Jessie Matthews made her name in the theatre before becoming Britain’s favourite 1930s musical film star. Born one of ten children in London in 1907, she made her stage debut at 10 in the children’s play Bluebell in Fairyland. At 16, she was in the chorus of Charlot’s revue in London and New York.
Ponds Cream advert featuring Jessie Matthews, early to mid 20th century
Firms like celebrities to endorse their products and a sure sign of success for an actress is being famous and beautiful enough to be asked to advertise cosmetics. In the 1920s and 1930s, Jessie Matthew’s wide-eyed, clear-skinned, gamine look was one that all women wanted to emulate and so it was hardly surprising that Ponds, one of the leading producers of skin-care products, asked her to endorse their range. It was a far cry from the young Jessie who, aged 16, went to New York with the Charlot revue London Calling!. Then she was so inexperienced that when she went down to dinner on the luxury liner she pretended that she was not hungry because she wasn’t sure which cutlery to use. She had no stockings, jewellery or smart clothes and dressed in clothes borrowed from other girls in the company. But during the run of the revue she took over from the star, Gertrude Lawrence, and she returned from New York a successful elegant beauty, in high heels and Fifth Avenue suits.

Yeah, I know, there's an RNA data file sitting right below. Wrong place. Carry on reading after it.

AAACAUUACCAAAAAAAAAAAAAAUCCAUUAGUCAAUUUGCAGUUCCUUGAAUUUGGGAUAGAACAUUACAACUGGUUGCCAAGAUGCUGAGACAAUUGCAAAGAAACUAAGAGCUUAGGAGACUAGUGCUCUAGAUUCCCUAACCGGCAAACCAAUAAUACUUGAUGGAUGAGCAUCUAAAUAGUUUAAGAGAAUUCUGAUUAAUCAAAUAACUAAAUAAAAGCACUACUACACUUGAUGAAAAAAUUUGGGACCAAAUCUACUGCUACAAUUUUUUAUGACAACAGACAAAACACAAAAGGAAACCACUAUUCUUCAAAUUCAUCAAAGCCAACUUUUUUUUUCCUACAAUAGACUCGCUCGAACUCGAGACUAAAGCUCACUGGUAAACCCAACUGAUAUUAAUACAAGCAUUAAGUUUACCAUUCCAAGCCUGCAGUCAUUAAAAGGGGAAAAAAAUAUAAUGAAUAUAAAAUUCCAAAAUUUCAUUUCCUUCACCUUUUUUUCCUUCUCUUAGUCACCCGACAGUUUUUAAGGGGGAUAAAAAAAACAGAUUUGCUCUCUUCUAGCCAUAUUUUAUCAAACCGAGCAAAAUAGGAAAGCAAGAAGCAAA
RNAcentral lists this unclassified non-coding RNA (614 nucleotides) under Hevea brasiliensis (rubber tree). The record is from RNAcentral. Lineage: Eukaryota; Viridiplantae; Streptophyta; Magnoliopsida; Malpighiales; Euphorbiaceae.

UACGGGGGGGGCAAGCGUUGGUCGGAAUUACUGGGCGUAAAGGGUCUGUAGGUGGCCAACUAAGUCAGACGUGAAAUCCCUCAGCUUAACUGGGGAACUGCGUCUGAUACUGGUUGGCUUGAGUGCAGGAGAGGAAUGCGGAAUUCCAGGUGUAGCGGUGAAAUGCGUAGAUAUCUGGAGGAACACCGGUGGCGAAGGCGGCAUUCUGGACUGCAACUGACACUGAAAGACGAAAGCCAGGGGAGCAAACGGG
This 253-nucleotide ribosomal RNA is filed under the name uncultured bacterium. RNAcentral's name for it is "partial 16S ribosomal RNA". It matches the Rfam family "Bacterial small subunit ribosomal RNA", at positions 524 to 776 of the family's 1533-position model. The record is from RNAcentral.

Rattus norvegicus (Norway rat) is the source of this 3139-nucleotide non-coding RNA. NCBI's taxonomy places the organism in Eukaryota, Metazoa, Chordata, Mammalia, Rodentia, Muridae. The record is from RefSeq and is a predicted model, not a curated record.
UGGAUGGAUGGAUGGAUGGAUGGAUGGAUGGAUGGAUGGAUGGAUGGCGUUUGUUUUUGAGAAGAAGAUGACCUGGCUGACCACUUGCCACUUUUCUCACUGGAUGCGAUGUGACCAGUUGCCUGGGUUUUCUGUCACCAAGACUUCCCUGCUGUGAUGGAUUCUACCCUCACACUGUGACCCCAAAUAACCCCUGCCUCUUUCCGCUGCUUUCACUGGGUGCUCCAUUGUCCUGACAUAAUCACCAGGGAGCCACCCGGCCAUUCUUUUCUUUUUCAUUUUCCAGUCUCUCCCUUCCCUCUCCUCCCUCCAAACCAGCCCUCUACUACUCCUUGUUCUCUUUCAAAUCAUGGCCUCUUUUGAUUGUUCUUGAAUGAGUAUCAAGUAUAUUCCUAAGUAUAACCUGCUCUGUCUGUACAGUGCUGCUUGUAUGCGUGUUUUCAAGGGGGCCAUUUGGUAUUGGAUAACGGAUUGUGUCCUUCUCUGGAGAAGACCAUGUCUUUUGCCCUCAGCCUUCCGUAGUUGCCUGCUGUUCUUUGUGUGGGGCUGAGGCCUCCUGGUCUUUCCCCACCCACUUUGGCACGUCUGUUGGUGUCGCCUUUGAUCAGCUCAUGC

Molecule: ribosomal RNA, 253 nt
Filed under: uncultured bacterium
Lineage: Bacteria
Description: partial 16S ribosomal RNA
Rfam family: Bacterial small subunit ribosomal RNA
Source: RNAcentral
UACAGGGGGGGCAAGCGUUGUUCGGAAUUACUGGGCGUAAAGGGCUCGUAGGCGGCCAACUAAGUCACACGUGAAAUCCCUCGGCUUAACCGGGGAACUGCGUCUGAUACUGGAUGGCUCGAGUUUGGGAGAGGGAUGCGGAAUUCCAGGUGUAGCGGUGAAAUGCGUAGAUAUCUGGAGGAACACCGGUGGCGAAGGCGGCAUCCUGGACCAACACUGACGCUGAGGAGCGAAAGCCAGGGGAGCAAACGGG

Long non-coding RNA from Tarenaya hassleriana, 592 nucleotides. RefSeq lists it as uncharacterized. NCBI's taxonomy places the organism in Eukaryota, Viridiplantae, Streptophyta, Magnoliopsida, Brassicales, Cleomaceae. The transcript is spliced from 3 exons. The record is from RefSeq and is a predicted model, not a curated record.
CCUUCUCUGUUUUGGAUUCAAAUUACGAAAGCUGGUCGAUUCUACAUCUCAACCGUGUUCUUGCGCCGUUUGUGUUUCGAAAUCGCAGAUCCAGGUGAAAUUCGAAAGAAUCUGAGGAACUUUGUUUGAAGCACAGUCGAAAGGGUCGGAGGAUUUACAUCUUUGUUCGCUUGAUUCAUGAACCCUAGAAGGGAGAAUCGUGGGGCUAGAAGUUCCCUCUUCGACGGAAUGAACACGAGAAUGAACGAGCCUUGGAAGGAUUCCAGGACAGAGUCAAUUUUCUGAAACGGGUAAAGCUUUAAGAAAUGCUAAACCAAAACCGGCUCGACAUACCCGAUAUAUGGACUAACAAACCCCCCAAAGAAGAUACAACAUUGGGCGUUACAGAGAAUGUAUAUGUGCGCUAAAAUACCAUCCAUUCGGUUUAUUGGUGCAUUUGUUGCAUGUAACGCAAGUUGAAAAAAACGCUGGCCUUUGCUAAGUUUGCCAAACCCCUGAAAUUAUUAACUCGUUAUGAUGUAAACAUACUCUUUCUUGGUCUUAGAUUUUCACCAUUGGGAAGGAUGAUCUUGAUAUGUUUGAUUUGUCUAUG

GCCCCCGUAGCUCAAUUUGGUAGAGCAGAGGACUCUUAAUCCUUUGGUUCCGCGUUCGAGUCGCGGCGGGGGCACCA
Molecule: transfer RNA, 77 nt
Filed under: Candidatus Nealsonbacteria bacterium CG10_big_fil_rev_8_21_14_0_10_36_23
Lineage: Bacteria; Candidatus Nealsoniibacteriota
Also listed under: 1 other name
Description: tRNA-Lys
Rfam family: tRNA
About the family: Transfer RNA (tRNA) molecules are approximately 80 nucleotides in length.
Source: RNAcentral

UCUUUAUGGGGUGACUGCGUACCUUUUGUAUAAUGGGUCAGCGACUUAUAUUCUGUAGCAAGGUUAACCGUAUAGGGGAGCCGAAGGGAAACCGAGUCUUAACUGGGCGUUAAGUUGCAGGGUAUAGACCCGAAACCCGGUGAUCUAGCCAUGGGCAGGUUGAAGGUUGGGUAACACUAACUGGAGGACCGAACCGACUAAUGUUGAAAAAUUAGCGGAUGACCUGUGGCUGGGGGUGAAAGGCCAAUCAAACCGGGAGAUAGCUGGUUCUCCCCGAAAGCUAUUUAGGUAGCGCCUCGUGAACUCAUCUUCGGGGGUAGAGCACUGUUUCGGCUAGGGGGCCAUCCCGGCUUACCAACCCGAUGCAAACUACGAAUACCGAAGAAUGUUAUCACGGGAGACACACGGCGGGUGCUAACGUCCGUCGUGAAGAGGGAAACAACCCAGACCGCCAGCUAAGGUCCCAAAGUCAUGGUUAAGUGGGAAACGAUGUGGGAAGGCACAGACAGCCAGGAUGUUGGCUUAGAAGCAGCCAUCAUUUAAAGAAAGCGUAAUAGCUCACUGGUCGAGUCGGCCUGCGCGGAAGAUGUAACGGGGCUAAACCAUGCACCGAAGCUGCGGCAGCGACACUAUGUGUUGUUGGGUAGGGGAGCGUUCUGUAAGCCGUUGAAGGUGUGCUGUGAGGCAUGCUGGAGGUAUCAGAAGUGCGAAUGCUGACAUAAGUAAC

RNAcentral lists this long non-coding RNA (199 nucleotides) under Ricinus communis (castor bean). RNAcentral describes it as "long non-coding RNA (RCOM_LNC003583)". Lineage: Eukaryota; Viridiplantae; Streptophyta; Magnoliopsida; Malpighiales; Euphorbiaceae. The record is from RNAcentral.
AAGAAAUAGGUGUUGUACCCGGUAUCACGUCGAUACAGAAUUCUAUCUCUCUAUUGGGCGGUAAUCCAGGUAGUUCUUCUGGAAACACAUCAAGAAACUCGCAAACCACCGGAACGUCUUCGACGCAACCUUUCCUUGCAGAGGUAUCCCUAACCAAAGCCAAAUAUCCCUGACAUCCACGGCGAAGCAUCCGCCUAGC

Advertising flyer for Charles Cochran's musical Ever Green starring Jessie Matthews, Adelphi Theatre, London, 1930, printed flyer on silver card
In 1930, Evergreen was the most spectacular musical yet mounted by the celebrated showman C.B.Cochran. Written by Richard Rodgers and Lorenz Hart, and starring Jessie Matthews, it had a cast of 200, a revolving stage and elaborate scenic effects. The dances were by Billy Pierce and Buddy Bradley, the first black dancers to work on an all-white show. The revolving stage was a nightmare for them, as the dancers had never performed on a revolve before. As the floor moved one way, they had to dance in the opposite direction and kept smashing into each other. The hit song was 'Dancing on the Ceiling', in which Jessie Matthews and Sonnie Hale danced around a huge chandelier pointing upwards from the floor. Unusually for Rodgers and Hart, the music was written first. Hart sensed a weightlessness in the melody and wrote the lyrics around a girl dreaming that her lover is dancing above her on the ceiling. The BBC banned the song for a while because the word 'bed' occurred three times.
Publicity postcard showing Jessie Matthews in the film Ever Green, photography by Raphael Luck and Sons Limited, 1920 to 1935, black and white photographic postcard
This publicity postcard shows Jessie Matthews in the film Ever Green, based on the successful Rodgers and Hart musical in which she had starred in 1930. It was her greatest stage success and featured ‘Dancing on the Ceiling’, which was to become one of her trademark dance sequences. Originally Fred Astaire, then playing in London in The Gay Divorce was approached to play opposite her in the film, but he was already under contract in Hollywood and his studio did not want him to appear in a British film. When the filming of Ever Green began, Jessie literally broke out in a nervous rash and collapsed, one of several nervous breakdowns that were to dog her career. But each time she recovered and in the 1930s became the queen of the British musical film in such productions as The Good Companions, It’s Love Again and First a Girl, which was re-made years later as Victor/Victoria.